Environmental groups are raising concerns about transporting tar sands oil in underground pipelines on the second anniversary of a spill that polluted the Kalamazoo River.
A Canadian company’s failure to deal adequately with cracks in an oil pipeline and its slow response to a 2010 rupture in southwestern Michigan likely caused the most expensive onshore oil spill in U.S. history, the National Transportation Safety Board said Tuesday.
Federal regulators propose a $3.7 million civil penalty against the Canadian owner of the pipeline, Enbridge, which is based in Calgary, Alberta.
A stretch of the Kalamazoo River reopened for public use Wednesday for the first time since a massive oil spill fouled the southern Michigan waterway in July 2010, officials said.
A company responsible for a 2010 pipeline rupture that spilled more than 800,000 gallons of oil in southern Michigan says it has discovered a small leak in an oil pipeline in the northern Lower Peninsula.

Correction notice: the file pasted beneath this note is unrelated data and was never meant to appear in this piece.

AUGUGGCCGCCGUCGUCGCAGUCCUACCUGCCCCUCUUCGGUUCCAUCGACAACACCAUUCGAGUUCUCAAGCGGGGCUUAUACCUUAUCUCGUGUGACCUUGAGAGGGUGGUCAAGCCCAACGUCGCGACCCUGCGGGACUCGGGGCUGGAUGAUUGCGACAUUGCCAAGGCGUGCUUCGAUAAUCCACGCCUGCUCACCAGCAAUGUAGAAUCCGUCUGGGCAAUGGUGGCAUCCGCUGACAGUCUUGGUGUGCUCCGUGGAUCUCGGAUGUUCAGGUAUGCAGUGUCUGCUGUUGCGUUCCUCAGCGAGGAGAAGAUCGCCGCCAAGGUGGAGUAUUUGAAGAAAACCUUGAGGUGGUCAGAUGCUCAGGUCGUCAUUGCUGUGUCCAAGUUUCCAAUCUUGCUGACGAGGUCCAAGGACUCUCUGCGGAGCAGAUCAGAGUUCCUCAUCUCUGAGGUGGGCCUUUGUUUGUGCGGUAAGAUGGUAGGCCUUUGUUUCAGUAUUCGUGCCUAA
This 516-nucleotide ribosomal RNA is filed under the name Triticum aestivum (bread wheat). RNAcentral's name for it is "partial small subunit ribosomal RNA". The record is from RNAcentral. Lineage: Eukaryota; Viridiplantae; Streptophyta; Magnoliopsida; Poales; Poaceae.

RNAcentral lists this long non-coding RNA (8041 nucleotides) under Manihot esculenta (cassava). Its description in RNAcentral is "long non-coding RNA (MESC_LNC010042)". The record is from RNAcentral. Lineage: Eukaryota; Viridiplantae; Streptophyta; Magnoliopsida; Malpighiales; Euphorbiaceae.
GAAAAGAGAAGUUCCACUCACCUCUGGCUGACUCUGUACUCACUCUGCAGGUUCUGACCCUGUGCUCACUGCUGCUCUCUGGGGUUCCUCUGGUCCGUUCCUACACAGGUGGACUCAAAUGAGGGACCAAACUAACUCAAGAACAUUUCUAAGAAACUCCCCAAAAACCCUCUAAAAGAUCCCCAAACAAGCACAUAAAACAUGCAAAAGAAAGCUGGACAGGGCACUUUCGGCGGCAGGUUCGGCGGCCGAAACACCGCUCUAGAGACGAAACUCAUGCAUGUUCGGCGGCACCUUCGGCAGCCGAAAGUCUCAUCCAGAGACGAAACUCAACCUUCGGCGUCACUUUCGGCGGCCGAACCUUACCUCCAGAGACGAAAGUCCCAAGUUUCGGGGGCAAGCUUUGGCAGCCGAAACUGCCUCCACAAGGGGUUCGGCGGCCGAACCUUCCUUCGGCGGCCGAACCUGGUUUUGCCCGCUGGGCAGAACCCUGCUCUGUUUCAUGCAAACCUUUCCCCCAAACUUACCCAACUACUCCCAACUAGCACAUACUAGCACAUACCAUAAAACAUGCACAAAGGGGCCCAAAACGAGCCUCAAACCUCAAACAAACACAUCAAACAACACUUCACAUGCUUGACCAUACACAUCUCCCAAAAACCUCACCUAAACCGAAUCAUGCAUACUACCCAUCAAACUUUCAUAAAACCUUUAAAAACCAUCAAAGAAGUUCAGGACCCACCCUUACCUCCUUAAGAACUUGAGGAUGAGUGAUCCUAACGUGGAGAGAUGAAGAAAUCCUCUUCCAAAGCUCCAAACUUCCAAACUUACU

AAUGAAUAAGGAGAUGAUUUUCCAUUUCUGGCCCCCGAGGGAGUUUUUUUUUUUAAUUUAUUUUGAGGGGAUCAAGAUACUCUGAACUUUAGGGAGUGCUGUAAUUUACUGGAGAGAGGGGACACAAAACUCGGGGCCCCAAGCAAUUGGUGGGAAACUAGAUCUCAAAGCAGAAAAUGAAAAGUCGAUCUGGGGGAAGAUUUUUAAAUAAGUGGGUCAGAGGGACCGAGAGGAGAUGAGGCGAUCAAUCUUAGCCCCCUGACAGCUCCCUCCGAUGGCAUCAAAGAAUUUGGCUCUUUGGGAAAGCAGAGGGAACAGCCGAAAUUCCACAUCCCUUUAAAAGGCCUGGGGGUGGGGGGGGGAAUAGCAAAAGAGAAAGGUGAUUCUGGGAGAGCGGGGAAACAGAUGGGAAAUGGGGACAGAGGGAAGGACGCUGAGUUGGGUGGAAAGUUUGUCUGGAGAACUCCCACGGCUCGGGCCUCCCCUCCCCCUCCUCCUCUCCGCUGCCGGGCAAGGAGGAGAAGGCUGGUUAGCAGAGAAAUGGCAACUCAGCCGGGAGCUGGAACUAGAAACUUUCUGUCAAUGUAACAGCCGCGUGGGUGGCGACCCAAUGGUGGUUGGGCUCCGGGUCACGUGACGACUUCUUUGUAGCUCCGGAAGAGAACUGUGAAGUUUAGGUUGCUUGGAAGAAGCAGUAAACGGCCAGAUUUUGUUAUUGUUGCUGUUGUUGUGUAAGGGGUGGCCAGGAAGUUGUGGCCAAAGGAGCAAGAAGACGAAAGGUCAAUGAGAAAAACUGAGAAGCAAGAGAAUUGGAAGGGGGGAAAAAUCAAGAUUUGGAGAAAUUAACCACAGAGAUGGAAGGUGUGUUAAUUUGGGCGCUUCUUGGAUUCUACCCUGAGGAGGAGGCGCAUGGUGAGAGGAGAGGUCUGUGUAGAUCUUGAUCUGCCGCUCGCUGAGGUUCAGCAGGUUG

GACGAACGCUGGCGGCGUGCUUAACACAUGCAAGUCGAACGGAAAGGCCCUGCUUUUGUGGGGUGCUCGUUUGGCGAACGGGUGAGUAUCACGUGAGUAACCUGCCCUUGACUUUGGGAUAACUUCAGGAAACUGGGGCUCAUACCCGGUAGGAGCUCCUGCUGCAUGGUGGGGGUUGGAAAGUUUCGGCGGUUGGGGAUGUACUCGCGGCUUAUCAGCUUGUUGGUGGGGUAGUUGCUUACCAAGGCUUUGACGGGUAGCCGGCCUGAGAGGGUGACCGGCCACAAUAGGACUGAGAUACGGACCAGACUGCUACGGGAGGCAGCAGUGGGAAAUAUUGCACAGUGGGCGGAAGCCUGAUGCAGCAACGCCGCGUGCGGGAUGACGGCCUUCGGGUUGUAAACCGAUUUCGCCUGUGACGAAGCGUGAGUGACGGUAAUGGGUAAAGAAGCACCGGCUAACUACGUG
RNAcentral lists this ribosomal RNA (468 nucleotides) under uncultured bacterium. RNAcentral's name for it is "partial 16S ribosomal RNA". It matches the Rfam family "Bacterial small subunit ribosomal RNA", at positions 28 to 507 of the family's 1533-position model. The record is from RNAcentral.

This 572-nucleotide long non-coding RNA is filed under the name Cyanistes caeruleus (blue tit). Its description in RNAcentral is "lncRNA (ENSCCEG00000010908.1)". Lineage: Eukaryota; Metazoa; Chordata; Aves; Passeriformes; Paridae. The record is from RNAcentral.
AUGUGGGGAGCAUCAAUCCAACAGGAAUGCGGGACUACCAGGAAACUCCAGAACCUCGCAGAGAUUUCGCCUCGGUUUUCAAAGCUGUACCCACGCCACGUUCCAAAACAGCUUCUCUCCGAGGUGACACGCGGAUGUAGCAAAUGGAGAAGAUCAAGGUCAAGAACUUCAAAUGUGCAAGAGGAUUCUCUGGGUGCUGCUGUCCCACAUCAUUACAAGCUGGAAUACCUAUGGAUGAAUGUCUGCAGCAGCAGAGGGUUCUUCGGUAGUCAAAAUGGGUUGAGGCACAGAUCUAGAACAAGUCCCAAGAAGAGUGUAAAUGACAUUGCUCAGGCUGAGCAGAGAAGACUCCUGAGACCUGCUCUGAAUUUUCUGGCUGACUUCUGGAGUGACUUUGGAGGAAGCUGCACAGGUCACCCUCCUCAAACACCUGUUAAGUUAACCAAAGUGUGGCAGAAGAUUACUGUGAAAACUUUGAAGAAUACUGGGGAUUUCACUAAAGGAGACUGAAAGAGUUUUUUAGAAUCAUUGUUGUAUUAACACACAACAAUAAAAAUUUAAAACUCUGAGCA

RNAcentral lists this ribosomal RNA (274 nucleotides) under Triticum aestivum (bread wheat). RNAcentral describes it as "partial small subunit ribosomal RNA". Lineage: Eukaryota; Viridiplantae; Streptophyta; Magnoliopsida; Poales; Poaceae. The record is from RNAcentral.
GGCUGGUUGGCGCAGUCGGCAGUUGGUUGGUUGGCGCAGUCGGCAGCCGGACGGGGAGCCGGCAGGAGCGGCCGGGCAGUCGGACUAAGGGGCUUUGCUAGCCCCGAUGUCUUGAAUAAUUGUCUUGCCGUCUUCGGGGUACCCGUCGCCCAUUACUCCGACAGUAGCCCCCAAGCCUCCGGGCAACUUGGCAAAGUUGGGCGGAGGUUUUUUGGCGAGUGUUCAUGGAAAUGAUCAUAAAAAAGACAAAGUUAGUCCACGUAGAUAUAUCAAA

A pipeline company responsible for last year’s more than 800,000-gallon oil spill that contaminated southern Michigan’s Kalamazoo River has submitted a new cleanup plan.
The Environmental Protection Agency says most of the oil still remaining from a July 2010 pipeline leak in West Michigan sits on the floor of the Kalamazoo River and along about 200 riverbank sites.
A hearing has been set on Enbridge Inc.’s plan to replace more sections of a pipeline that leaked more than 800,000 gallons of oil in southern Michigan last summer.
Work is expected to begin next week to replace a pipeline under the St. Clair River.
The clean-up continues from last July’s oil spill which dumped more than 800,000 gallons from an Enbridge oil pipeline into the Kalamazoo River near Marshall.